Quantcast

A Green New Deal for New York City

Insights + Opinion
A Green New Deal for New York City
Jeff Reed / NYC Council

The New York City Council last week overwhelmingly passed one of the most ambitious and innovative legislative packages ever considered by any major city to combat the existential threat of climate change.


The foundation of this package is a bill that will require large and medium-sized buildings, which account for nearly a third of all greenhouse gas emissions in the city, to reduce their emissions 40% by 2030 and 80% by 2050. The very worst performing buildings will have to act by 2024 to curb their emissions.

By 2030, this bill will cut New York City's overall emissions by 4 million tons, which is the equivalent of taking 800,000 cars off of the road.

In addition to reducing emissions, this bill will also accelerate the adoption of renewable energy and will foster the growth of the renewable energy market, something we desperately need.

These are big changes, and change doesn't always come easy.

Some critics and building owners have argued that the emission limits set forth in this bill are too stringent, and that the penalties for noncompliance are too high.

The penalties were set to be roughly equivalent to the cost of compliance, so a building owner should have no excuse not to do the work. Additionally, this legislative package also includes a bill that will help building owners pay for the required retrofits through Property Assessed Clean Energy (PACE) financing. PACE loans are paid off from the cost savings from energy reduction.

The Council is doing everything in its power to make sure building owners can comply with this legislation, because we know that noncompliance means ecological disaster.

This is not fear mongering.

The United Nations Intergovernmental Panel on Climate Change released a report in October that found there is nothing we can do to stop global warming, and that we are already seeing its devastating effects.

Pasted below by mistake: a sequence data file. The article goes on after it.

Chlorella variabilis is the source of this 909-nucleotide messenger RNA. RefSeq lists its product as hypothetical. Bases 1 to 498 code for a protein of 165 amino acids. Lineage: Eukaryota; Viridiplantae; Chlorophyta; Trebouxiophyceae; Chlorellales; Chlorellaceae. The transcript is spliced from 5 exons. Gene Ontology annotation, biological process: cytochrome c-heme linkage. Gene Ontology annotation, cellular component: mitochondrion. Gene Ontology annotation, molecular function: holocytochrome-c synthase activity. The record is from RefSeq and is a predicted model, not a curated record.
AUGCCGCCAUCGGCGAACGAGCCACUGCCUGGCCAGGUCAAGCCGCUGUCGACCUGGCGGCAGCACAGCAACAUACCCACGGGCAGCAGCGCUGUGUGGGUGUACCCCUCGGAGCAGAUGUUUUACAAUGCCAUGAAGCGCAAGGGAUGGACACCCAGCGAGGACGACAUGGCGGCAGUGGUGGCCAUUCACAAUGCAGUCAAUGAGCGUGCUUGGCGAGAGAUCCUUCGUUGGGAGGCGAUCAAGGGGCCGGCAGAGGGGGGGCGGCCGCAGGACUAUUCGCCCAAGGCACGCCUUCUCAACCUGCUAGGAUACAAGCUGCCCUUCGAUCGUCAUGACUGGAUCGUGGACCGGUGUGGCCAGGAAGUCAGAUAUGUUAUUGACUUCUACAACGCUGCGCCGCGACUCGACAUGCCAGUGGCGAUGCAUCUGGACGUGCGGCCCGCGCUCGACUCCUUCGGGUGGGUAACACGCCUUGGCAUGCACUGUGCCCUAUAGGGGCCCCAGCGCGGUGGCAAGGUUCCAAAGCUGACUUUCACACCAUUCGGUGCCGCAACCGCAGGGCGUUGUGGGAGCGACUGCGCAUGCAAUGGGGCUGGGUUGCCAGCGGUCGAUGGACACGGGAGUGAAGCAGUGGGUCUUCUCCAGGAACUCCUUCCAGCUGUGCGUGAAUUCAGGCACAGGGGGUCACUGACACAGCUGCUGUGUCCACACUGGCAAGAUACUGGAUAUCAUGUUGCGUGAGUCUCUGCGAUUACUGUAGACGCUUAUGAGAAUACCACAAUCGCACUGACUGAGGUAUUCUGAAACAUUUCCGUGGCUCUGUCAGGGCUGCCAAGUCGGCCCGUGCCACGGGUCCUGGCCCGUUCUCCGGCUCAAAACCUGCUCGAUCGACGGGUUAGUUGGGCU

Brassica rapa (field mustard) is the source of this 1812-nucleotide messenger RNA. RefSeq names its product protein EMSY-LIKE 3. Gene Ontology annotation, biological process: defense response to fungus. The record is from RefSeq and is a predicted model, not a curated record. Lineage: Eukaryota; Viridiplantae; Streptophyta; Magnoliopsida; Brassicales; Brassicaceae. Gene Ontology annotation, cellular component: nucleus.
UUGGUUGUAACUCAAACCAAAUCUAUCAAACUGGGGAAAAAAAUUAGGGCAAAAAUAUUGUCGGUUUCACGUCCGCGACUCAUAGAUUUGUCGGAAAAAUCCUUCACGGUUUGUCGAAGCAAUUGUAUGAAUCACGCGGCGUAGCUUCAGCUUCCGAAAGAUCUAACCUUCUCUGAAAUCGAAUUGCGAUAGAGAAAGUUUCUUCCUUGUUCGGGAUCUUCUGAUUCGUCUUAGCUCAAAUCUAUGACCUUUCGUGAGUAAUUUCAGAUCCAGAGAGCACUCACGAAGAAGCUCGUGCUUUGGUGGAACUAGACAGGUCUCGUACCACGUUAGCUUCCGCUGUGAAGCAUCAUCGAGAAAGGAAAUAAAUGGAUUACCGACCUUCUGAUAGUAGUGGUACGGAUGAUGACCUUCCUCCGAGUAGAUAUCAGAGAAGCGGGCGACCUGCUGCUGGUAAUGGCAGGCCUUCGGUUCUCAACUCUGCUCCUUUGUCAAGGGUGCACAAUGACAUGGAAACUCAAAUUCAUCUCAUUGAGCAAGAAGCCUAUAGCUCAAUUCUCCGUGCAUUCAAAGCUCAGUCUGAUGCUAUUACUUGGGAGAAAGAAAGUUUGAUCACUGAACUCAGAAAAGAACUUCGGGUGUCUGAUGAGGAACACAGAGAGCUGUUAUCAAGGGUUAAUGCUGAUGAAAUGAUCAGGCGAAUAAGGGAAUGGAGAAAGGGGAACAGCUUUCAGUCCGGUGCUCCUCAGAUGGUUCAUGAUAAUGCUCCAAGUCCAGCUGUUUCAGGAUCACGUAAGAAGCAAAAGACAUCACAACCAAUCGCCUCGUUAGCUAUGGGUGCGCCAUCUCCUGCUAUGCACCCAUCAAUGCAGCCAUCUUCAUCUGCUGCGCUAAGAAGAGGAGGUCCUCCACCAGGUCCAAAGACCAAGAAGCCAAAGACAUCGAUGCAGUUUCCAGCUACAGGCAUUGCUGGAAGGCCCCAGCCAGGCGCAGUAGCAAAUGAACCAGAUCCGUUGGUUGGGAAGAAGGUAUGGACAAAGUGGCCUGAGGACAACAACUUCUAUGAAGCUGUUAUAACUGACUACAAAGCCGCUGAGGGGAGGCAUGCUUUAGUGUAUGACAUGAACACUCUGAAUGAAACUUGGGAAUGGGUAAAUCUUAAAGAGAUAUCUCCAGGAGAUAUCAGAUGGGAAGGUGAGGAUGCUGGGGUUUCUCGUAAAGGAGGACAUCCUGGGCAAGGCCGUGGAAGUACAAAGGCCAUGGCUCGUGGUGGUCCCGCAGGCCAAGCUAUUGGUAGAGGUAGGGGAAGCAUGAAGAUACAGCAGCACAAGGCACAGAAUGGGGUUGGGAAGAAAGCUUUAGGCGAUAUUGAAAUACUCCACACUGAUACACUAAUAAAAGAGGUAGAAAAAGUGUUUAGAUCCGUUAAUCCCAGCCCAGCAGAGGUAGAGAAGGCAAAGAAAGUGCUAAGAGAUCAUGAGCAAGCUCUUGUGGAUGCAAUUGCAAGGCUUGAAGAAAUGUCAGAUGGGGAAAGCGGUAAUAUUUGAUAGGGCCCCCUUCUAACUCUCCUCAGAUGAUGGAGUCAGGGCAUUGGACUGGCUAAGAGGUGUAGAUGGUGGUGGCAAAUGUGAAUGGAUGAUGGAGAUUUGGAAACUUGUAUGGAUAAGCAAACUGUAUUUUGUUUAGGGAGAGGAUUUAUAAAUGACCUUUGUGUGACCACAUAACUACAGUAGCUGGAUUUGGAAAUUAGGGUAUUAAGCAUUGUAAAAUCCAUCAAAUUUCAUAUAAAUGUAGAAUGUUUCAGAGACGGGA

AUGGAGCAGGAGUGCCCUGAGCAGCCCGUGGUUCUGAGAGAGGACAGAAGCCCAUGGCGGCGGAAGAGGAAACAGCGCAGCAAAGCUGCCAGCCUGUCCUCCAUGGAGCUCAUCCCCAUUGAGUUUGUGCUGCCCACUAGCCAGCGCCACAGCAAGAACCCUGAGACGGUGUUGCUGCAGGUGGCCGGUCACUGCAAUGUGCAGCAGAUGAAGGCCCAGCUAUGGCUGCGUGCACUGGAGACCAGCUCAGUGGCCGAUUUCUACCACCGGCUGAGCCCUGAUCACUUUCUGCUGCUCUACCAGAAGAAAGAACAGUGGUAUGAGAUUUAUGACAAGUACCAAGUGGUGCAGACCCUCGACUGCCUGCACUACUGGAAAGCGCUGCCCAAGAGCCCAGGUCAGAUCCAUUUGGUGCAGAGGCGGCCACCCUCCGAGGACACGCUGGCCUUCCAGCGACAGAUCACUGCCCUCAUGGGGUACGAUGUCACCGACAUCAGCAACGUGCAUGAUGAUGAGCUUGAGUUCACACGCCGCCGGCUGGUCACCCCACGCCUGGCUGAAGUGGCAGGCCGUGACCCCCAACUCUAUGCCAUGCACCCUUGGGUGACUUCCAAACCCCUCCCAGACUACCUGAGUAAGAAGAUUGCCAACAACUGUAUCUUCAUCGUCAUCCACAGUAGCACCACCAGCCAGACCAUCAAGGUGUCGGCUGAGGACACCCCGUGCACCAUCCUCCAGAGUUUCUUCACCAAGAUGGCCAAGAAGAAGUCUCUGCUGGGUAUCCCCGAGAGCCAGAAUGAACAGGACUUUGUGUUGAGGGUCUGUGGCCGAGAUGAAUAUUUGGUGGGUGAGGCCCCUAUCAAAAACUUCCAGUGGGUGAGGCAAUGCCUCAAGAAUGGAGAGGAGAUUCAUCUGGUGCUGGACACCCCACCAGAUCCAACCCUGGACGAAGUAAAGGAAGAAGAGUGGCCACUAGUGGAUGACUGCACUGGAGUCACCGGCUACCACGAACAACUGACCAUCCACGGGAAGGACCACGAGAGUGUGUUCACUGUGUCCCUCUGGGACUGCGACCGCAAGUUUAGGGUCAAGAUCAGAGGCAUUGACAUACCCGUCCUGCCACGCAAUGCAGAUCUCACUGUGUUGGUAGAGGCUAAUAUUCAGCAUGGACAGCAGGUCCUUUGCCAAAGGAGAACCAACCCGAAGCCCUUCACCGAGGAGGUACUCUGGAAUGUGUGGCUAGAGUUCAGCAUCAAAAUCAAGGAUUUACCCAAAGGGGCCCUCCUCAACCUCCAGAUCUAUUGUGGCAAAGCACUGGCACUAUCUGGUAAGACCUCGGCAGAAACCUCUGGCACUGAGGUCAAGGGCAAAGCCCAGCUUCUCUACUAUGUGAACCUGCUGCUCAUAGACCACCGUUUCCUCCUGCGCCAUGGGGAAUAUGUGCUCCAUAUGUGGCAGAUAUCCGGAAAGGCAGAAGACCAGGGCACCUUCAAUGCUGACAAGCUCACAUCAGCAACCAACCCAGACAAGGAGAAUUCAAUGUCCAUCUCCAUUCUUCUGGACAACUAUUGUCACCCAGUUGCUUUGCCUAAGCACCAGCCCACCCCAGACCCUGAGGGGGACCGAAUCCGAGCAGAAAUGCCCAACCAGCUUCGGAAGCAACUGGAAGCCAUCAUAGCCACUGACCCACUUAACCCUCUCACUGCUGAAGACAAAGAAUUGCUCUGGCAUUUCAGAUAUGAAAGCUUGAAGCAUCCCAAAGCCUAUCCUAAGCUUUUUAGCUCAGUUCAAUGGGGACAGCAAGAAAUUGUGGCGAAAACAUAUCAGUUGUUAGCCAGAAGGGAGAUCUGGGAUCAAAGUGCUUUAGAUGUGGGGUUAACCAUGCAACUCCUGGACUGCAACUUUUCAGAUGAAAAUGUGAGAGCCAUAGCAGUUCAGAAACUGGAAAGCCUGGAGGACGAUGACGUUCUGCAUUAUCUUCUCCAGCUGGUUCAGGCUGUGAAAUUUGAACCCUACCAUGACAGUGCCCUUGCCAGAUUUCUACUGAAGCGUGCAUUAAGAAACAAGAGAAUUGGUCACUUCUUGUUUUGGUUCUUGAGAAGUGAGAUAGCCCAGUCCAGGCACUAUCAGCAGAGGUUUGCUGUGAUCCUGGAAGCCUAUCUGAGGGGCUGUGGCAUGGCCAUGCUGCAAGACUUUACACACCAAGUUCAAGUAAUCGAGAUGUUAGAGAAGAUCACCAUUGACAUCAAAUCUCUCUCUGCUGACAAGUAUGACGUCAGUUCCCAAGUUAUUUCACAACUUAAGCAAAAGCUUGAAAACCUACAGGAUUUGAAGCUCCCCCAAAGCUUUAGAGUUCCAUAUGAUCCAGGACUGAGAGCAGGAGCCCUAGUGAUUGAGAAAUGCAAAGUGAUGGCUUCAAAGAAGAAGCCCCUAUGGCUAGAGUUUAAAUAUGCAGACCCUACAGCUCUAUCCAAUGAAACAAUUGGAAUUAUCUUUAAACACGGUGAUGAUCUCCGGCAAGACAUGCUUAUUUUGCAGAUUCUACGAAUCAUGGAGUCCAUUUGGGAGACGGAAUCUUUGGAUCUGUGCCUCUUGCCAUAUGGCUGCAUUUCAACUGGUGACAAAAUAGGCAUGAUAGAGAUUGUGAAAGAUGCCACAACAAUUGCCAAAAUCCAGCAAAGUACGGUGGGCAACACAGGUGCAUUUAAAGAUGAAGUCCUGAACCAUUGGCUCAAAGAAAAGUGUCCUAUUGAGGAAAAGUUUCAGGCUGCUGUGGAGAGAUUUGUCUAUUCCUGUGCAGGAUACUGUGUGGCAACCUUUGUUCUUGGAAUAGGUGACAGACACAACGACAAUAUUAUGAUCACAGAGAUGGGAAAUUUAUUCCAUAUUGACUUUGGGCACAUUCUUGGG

But the report — which was commissioned after the Paris Climate talks — also found that we can mitigate the impact of global warming if we take dramatic action, including seriously reducing greenhouse emissions.

However, we do not have a lot of time. According to the report, we have 12 years to act before it's too late.

The consequences of not heeding this warning will be cataclysmic.

In the coming decades, coastal cities like New York will be hit hard with rising sea levels, leading to severe and frequent flooding. Extreme weather all over the planet will be the norm, including high heat, hurricanes, and storm surges. This will threaten our homes, our infrastructure, and our very way of life. The death toll will be unfathomable.

We are in a race against the clock to preserve the world for our children and our grandchildren, and that is why the New York City Council is committed to making big changes to improve our planet.

As the Speaker of the New York City Council, I could not be more proud of the actions we took.

These are aggressive, concrete steps toward the creation of a Green New Deal for the largest city in the United States, which will create as many as 8,000 permanent jobs over the next 10 years.

But I also know that New York City alone cannot solve this global crisis. Because we cannot rely on the federal government, it will be up to the states, the cities and other localities to act to save the planet. I hope that there is something in this legislation that others can use as a model for their own work.

The world has 12 years to act.

I am proud to say we are acting.

Corey Johnson is the speaker of the New York City Council.

EcoWatch Daily Newsletter
Related Articles from EcoWatch
Recent Stories from EcoWatch